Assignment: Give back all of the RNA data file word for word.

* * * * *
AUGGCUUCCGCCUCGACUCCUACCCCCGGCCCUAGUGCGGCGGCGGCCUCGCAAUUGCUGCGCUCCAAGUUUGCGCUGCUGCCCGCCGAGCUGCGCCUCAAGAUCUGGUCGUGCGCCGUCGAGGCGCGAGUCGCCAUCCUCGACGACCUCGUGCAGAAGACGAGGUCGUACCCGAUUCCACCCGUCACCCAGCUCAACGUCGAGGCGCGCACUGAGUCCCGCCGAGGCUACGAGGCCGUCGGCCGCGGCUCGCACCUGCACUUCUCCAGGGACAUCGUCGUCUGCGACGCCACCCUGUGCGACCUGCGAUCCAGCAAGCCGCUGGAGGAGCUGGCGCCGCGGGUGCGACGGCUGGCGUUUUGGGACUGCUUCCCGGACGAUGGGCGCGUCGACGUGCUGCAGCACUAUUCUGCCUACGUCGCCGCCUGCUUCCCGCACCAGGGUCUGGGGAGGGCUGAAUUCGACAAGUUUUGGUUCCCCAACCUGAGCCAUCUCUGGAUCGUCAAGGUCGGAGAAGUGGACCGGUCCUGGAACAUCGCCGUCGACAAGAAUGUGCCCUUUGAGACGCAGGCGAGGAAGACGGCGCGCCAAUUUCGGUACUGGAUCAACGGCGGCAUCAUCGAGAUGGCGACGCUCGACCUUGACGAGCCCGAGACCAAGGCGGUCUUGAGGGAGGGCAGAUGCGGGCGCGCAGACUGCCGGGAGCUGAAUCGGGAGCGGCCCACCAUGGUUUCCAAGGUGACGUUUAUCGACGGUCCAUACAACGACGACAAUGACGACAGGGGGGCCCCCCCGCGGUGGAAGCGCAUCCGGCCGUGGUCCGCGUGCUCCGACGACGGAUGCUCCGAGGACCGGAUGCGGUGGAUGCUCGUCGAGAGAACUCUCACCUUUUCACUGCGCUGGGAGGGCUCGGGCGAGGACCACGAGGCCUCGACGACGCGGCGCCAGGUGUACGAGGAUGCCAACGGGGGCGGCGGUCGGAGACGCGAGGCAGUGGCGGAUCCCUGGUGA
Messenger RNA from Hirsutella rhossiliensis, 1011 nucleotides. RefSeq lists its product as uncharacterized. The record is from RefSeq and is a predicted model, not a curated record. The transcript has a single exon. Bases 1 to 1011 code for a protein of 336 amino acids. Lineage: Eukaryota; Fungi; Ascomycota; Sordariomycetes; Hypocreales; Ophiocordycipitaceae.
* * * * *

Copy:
AUGGCUUCCGCCUCGACUCCUACCCCCGGCCCUAGUGCGGCGGCGGCCUCGCAAUUGCUGCGCUCCAAGUUUGCGCUGCUGCCCGCCGAGCUGCGCCUCAAGAUCUGGUCGUGCGCCGUCGAGGCGCGAGUCGCCAUCCUCGACGACCUCGUGCAGAAGACGAGGUCGUACCCGAUUCCACCCGUCACCCAGCUCAACGUCGAGGCGCGCACUGAGUCCCGCCGAGGCUACGAGGCCGUCGGCCGCGGCUCGCACCUGCACUUCUCCAGGGACAUCGUCGUCUGCGACGCCACCCUGUGCGACCUGCGAUCCAGCAAGCCGCUGGAGGAGCUGGCGCCGCGGGUGCGACGGCUGGCGUUUUGGGACUGCUUCCCGGACGAUGGGCGCGUCGACGUGCUGCAGCACUAUUCUGCCUACGUCGCCGCCUGCUUCCCGCACCAGGGUCUGGGGAGGGCUGAAUUCGACAAGUUUUGGUUCCCCAACCUGAGCCAUCUCUGGAUCGUCAAGGUCGGAGAAGUGGACCGGUCCUGGAACAUCGCCGUCGACAAGAAUGUGCCCUUUGAGACGCAGGCGAGGAAGACGGCGCGCCAAUUUCGGUACUGGAUCAACGGCGGCAUCAUCGAGAUGGCGACGCUCGACCUUGACGAGCCCGAGACCAAGGCGGUCUUGAGGGAGGGCAGAUGCGGGCGCGCAGACUGCCGGGAGCUGAAUCGGGAGCGGCCCACCAUGGUUUCCAAGGUGACGUUUAUCGACGGUCCAUACAACGACGACAAUGACGACAGGGGGGCCCCCCCGCGGUGGAAGCGCAUCCGGCCGUGGUCCGCGUGCUCCGACGACGGAUGCUCCGAGGACCGGAUGCGGUGGAUGCUCGUCGAGAGAACUCUCACCUUUUCACUGCGCUGGGAGGGCUCGGGCGAGGACCACGAGGCCUCGACGACGCGGCGCCAGGUGUACGAGGAUGCCAACGGGGGCGGCGGUCGGAGACGCGAGGCAGUGGCGGAUCCCUGGUGA
Messenger RNA from Hirsutella rhossiliensis, 1011 nucleotides. RefSeq lists its product as uncharacterized. The record is from RefSeq and is a predicted model, not a curated record. The transcript has a single exon. Bases 1 to 1011 code for a protein of 336 amino acids. Lineage: Eukaryota; Fungi; Ascomycota; Sordariomycetes; Hypocreales; Ophiocordycipitaceae.